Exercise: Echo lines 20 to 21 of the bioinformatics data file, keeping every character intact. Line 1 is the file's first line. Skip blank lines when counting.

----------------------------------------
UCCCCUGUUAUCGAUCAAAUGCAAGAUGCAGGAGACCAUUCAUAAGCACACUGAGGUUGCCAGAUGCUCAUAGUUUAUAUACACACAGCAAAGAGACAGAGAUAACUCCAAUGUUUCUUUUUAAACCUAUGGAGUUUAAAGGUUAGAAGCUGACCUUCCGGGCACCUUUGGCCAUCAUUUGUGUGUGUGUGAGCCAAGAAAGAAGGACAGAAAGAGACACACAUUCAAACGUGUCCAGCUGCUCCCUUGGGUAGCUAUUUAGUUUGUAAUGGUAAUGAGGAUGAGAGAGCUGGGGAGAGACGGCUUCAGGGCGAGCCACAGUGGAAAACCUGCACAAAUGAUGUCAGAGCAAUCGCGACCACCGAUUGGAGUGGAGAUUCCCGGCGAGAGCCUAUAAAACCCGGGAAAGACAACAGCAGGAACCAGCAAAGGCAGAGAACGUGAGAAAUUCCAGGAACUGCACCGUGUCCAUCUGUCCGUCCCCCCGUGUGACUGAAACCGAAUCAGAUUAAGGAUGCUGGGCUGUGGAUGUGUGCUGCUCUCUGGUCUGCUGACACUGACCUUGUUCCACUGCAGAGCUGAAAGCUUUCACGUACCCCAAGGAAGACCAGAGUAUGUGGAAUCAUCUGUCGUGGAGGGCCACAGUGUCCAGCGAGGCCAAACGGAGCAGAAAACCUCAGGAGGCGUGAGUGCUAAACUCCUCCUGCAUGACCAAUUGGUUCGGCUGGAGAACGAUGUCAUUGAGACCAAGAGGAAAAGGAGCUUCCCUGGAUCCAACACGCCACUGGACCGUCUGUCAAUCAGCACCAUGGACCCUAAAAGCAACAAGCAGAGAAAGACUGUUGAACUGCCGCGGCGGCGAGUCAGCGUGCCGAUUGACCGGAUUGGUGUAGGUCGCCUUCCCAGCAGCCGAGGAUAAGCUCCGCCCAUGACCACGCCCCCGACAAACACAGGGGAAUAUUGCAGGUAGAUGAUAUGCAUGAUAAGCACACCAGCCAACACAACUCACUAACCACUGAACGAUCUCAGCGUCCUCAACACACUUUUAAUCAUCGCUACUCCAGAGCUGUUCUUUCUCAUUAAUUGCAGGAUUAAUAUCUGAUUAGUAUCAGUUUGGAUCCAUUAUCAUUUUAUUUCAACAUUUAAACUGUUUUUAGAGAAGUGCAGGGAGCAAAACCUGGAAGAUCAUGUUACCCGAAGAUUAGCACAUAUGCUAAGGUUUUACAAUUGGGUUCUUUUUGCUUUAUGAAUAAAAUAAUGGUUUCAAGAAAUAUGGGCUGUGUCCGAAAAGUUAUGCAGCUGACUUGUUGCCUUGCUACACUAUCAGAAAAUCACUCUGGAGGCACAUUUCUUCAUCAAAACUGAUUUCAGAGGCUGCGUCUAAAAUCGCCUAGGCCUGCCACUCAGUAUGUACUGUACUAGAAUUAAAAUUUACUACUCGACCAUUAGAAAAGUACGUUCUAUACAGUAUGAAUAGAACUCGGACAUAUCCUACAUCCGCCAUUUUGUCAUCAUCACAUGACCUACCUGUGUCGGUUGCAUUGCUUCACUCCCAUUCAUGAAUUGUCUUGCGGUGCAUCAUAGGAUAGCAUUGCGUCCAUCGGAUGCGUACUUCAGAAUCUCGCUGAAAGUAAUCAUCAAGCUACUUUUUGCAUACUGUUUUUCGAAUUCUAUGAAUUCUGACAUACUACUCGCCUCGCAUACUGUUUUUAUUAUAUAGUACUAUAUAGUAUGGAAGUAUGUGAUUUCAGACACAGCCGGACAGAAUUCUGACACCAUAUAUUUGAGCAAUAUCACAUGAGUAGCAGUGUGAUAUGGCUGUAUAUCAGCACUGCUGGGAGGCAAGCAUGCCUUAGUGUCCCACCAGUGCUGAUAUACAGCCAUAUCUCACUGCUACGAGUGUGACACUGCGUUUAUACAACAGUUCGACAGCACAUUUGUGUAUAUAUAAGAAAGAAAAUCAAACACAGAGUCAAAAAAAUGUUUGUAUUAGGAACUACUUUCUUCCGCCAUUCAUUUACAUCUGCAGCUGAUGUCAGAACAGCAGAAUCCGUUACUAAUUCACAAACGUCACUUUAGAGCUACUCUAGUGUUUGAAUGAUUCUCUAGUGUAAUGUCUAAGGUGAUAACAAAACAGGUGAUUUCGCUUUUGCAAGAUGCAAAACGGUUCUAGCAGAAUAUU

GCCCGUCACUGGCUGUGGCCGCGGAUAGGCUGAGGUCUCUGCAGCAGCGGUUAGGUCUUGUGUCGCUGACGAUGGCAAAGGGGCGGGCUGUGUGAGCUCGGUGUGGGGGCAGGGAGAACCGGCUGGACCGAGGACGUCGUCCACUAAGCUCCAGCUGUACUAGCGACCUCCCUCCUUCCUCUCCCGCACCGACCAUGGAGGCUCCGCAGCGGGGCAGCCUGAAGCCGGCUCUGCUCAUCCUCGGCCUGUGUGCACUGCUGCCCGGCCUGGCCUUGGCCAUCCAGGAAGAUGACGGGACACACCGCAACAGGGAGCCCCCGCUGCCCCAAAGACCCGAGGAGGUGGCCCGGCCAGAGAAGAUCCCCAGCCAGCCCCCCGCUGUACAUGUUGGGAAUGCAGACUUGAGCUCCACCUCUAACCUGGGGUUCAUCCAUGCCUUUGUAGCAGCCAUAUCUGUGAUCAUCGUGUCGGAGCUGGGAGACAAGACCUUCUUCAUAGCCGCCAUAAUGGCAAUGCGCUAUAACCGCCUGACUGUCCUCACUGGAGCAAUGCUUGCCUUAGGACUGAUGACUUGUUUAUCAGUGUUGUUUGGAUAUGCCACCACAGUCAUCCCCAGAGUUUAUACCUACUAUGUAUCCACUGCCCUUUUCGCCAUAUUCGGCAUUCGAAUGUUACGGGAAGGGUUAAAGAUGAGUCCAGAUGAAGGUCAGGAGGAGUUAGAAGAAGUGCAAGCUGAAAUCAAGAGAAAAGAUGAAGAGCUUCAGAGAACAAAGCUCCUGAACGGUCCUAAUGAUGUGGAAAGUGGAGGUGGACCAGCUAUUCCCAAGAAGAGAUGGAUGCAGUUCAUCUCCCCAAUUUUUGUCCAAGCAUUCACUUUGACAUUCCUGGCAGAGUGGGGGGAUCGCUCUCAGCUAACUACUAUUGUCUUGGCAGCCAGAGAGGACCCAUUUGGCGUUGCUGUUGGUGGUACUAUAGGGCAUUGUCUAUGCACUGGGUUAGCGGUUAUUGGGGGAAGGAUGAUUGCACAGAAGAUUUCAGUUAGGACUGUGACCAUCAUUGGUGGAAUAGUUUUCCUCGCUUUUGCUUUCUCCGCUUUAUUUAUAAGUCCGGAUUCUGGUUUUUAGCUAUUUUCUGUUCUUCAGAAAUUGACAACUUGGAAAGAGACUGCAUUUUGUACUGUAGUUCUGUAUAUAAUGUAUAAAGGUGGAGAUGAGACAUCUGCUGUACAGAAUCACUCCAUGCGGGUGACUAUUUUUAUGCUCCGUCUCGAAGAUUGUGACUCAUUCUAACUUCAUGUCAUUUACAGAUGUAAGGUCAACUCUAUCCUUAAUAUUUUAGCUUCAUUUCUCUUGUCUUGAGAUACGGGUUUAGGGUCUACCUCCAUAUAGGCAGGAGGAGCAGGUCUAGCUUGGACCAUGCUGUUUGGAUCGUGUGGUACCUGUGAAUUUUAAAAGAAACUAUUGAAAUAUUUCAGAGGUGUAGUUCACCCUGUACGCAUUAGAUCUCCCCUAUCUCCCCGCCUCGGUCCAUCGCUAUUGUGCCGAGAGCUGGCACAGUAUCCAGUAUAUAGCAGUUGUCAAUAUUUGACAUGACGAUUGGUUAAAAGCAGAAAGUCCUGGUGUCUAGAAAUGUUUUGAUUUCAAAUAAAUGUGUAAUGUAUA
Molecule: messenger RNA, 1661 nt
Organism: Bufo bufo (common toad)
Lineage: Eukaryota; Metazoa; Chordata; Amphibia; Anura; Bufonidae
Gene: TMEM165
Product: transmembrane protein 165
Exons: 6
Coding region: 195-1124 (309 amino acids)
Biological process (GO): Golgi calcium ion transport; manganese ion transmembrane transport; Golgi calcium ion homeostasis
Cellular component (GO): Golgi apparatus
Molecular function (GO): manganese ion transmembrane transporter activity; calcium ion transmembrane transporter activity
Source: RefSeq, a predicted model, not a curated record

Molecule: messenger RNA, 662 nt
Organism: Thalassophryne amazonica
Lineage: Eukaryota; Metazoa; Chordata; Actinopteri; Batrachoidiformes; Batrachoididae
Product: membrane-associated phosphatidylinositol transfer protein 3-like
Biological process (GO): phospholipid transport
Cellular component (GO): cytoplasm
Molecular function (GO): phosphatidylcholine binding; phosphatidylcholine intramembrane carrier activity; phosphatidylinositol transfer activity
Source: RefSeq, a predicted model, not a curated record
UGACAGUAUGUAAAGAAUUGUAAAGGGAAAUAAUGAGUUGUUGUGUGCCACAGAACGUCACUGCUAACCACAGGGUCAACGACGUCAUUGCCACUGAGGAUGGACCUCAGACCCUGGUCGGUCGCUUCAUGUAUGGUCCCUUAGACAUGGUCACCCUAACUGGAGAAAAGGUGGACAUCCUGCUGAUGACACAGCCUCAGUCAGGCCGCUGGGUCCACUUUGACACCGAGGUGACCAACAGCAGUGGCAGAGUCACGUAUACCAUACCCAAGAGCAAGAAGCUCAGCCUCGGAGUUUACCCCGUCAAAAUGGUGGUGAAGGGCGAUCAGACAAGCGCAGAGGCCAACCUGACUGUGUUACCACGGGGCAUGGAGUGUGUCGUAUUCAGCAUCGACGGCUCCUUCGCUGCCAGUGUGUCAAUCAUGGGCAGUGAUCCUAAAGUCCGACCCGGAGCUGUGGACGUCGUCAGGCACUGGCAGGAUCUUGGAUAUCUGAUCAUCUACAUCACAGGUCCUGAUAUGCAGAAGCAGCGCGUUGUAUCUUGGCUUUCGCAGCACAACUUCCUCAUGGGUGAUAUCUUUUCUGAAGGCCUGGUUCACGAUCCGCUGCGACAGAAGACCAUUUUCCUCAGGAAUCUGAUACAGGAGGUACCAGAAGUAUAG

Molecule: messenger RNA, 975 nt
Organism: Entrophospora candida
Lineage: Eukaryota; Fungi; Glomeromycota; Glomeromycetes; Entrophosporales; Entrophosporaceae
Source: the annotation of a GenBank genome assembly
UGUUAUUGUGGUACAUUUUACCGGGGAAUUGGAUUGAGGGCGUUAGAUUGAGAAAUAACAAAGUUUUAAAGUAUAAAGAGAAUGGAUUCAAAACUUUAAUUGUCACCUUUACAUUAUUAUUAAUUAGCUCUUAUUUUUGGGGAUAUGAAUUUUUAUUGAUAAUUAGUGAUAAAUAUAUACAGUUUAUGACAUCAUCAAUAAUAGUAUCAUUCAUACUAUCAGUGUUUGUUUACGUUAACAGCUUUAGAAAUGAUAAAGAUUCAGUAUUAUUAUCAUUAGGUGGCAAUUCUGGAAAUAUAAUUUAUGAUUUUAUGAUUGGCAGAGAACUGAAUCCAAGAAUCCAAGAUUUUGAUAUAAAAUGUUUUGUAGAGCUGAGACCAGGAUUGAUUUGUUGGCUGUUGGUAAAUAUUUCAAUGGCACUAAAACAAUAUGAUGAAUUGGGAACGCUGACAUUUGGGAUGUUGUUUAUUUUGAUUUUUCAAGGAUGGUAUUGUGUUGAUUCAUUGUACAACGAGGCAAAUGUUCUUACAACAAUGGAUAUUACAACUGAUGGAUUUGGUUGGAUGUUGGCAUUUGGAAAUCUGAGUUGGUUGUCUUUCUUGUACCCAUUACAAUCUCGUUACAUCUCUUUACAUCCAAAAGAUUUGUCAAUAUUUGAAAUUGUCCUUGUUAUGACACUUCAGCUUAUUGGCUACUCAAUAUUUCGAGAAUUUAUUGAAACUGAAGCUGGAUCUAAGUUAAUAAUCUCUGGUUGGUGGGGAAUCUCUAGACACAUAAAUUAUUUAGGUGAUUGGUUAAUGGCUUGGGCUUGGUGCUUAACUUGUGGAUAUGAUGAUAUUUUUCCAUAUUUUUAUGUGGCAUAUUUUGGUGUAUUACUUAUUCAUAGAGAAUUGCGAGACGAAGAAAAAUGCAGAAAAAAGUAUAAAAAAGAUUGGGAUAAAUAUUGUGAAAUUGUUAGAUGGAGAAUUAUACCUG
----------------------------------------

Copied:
Molecular function (GO): phosphatidylcholine binding; phosphatidylcholine intramembrane carrier activity; phosphatidylinositol transfer activity
Source: RefSeq, a predicted model, not a curated record